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Investors present European legislators with hydrogen economy wishlist

If the EU is going to drive more than half a trillion dollars worth of hydrogen investment over the coming decades, it will need to get investors onside. The European Investment Bank has surveyed financiers to find out what they want.

Potential hydrogen investors have told the European Investment Bank (EIB) that measures such as hydrogen offtake guarantees, consumption quotas, a carbon tax, and looser state aid rules will be needed to achieve the EU’s hydrogen ambitions.

The EIB surveyed 20 hydrogen companies and 26 investors on behalf of the European Commission, to identify the obstacles to driving Europe’s hydrogen economy. The respondents said renewables-powered green hydrogen is more expensive than other forms of the energy carrier, with a lack of uniform regulation for hydrogen deployment.

Finance is constrained, cross-border projects need to be better coordinated, and the multiplicity of funds available to back hydrogen projects is counterproductive. The investors and hydrogen companies suggested incentives could include guaranteed offtake contracts, feed-in tariffs for hydrogen production, green public procurement to drive hydrogen demand, and production capacity auctions.

The respondents highlighted Germany’s H2 Global plan to create a hydrogen marketplace via a state body responsible for buying the gas for the cheapest price and selling it to end users for the highest return. Carbon contracts for difference (CCFDs) were also suggested, with associated modifications of Europe’s emissions trading scheme (ETS) and guarantees of origin to certify carbon reduction volumes.

CCFDs would fix an auction-determined level of income for companies that produce carbon allowance certificates linked to the market-driven price of the certificates on the European ETS. Instead of being subject to fluctuation in the carbon price, certificate producers – in this case, electrolyzer makers – would receive a publicly funded top up to the value of their certificates when the ETS-determined price is below the CCFD figure. When the ETS carbon price is higher than the CCFD strike price, the certificate holders would refund the difference back to the appropriate public fund.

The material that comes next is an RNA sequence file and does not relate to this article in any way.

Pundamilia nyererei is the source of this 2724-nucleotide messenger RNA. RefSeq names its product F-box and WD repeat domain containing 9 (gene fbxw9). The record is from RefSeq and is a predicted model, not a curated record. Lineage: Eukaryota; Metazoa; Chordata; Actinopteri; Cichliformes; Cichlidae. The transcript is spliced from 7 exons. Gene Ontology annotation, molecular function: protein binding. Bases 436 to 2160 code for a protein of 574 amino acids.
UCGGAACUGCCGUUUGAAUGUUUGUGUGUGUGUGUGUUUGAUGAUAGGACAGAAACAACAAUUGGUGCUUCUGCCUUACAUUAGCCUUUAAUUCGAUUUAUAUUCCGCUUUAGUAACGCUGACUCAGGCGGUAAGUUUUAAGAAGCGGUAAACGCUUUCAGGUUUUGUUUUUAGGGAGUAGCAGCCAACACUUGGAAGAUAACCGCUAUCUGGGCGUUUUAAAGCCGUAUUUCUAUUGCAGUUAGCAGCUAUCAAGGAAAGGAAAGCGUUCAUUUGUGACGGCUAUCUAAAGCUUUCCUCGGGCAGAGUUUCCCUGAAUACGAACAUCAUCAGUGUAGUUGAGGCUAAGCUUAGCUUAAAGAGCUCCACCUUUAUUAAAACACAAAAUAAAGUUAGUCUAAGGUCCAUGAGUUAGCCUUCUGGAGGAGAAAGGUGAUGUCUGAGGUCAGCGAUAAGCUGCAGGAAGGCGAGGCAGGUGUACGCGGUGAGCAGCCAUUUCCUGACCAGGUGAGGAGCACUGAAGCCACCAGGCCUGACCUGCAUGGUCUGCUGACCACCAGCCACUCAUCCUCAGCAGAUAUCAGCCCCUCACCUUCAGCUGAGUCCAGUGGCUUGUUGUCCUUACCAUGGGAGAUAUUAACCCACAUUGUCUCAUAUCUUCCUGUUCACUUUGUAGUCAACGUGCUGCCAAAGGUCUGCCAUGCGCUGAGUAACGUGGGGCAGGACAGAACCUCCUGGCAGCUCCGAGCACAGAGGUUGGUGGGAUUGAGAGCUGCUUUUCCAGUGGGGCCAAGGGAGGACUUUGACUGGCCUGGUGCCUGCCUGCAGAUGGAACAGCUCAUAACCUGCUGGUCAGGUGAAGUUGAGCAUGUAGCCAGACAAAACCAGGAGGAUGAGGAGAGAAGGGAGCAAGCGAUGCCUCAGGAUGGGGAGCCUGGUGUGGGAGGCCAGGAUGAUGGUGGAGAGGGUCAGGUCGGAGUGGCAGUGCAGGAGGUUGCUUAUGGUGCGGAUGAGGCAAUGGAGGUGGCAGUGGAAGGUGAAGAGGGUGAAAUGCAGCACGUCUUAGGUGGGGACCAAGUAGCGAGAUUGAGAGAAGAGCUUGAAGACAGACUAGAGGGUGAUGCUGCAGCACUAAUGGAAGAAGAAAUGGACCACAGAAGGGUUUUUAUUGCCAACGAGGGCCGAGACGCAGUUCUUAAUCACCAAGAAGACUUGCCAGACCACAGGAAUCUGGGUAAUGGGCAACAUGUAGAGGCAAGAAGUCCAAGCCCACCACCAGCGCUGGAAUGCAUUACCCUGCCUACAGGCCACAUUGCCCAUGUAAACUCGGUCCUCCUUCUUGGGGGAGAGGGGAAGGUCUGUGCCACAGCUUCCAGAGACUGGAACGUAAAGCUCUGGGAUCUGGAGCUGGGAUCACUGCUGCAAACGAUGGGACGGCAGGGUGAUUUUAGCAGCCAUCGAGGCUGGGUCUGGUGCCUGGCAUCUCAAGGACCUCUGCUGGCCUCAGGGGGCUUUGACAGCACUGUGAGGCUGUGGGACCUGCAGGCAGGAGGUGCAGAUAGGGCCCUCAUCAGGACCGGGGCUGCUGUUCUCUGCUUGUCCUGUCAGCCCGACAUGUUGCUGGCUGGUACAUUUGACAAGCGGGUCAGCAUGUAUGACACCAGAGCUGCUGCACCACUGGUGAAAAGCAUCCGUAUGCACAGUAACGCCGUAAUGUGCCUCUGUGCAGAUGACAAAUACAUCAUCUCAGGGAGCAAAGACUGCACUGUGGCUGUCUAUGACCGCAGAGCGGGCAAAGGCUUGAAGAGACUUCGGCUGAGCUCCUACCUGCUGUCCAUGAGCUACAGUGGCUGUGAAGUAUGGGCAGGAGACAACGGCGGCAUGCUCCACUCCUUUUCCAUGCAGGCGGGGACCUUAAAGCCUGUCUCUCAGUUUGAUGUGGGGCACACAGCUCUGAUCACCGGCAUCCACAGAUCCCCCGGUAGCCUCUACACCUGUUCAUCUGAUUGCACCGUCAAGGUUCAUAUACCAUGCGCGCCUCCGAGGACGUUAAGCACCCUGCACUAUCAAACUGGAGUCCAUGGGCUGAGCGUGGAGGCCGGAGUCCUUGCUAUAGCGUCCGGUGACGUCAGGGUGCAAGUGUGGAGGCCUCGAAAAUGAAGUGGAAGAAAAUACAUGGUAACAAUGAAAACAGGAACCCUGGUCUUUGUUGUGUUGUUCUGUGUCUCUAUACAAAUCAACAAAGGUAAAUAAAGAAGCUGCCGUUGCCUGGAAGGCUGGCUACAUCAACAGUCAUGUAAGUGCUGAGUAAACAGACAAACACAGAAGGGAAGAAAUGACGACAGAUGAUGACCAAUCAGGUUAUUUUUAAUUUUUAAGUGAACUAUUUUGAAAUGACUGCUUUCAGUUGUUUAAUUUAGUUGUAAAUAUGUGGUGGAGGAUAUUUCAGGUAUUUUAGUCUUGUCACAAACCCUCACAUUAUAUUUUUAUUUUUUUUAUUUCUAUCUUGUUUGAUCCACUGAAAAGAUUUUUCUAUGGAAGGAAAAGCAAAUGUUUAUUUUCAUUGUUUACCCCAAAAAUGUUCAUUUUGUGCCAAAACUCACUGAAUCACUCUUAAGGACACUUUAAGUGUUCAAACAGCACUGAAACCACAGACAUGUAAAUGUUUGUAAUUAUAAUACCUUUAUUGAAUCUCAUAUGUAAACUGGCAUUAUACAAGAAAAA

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Quotas could stipulate a minimum requirement of green hydrogen consumption, for example by European steelmakers, in conjunction with an EU carbon border. They could also mandate a certain volume of hydrogen be carried in European gas pipes, to reduce transport costs.

The hydrogen industry representatives called for an easing of state aid rules on large scale projects. The companies and investors also called for uniform hydrogen regulation across the EU, to help cross-border projects.

Standard contracts for hydrogen pipeline installation would be helpful, according to the EIB’s “Unlocking the Hydrogen Economy” report, as would safety and pressure standards, particularly for transport and storage of the energy carrier. The EIB report states the European Union wants the bloc to have 6 GW of electrolyzed hydrogen production capacity by 2024 and 40 GW by 2030.

That will cost €24 billion ($25.8 billion) to €42 billion by 2030 for electrolyzers alone, the report stated, with the total hydrogen investment cost to 2030 “in the region of hundreds of billions of euros,” and the bill to mid century “as high as €470 billion.”

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Source: pv magazine